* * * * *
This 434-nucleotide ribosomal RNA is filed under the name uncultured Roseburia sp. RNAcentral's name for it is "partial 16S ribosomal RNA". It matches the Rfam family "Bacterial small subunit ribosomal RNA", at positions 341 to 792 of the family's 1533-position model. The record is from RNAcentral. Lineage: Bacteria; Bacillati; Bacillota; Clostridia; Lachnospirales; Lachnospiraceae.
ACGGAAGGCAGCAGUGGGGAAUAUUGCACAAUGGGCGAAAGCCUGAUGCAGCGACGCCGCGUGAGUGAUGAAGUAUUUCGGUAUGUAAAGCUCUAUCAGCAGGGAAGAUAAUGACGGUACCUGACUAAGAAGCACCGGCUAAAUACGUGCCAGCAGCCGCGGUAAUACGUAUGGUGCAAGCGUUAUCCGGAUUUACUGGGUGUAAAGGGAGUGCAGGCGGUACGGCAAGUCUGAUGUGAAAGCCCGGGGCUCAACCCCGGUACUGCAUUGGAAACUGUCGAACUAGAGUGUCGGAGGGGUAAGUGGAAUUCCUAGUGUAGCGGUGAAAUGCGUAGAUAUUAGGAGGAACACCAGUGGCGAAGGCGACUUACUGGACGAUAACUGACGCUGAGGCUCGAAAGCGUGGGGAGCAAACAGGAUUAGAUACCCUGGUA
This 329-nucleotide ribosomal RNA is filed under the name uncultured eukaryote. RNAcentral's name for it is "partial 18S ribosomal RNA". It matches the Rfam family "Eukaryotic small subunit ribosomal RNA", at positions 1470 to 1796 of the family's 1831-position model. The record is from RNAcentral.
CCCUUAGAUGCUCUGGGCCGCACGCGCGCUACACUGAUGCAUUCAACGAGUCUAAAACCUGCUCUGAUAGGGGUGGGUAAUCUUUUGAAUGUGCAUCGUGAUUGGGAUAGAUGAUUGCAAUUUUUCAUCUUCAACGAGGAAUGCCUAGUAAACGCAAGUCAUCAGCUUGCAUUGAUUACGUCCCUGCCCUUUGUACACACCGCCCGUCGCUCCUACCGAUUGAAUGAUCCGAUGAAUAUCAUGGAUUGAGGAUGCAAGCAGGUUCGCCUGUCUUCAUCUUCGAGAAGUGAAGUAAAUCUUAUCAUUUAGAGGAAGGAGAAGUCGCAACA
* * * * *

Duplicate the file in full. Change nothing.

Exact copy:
This 434-nucleotide ribosomal RNA is filed under the name uncultured Roseburia sp. RNAcentral's name for it is "partial 16S ribosomal RNA". It matches the Rfam family "Bacterial small subunit ribosomal RNA", at positions 341 to 792 of the family's 1533-position model. The record is from RNAcentral. Lineage: Bacteria; Bacillati; Bacillota; Clostridia; Lachnospirales; Lachnospiraceae.
ACGGAAGGCAGCAGUGGGGAAUAUUGCACAAUGGGCGAAAGCCUGAUGCAGCGACGCCGCGUGAGUGAUGAAGUAUUUCGGUAUGUAAAGCUCUAUCAGCAGGGAAGAUAAUGACGGUACCUGACUAAGAAGCACCGGCUAAAUACGUGCCAGCAGCCGCGGUAAUACGUAUGGUGCAAGCGUUAUCCGGAUUUACUGGGUGUAAAGGGAGUGCAGGCGGUACGGCAAGUCUGAUGUGAAAGCCCGGGGCUCAACCCCGGUACUGCAUUGGAAACUGUCGAACUAGAGUGUCGGAGGGGUAAGUGGAAUUCCUAGUGUAGCGGUGAAAUGCGUAGAUAUUAGGAGGAACACCAGUGGCGAAGGCGACUUACUGGACGAUAACUGACGCUGAGGCUCGAAAGCGUGGGGAGCAAACAGGAUUAGAUACCCUGGUA
This 329-nucleotide ribosomal RNA is filed under the name uncultured eukaryote. RNAcentral's name for it is "partial 18S ribosomal RNA". It matches the Rfam family "Eukaryotic small subunit ribosomal RNA", at positions 1470 to 1796 of the family's 1831-position model. The record is from RNAcentral.
CCCUUAGAUGCUCUGGGCCGCACGCGCGCUACACUGAUGCAUUCAACGAGUCUAAAACCUGCUCUGAUAGGGGUGGGUAAUCUUUUGAAUGUGCAUCGUGAUUGGGAUAGAUGAUUGCAAUUUUUCAUCUUCAACGAGGAAUGCCUAGUAAACGCAAGUCAUCAGCUUGCAUUGAUUACGUCCCUGCCCUUUGUACACACCGCCCGUCGCUCCUACCGAUUGAAUGAUCCGAUGAAUAUCAUGGAUUGAGGAUGCAAGCAGGUUCGCCUGUCUUCAUCUUCGAGAAGUGAAGUAAAUCUUAUCAUUUAGAGGAAGGAGAAGUCGCAACA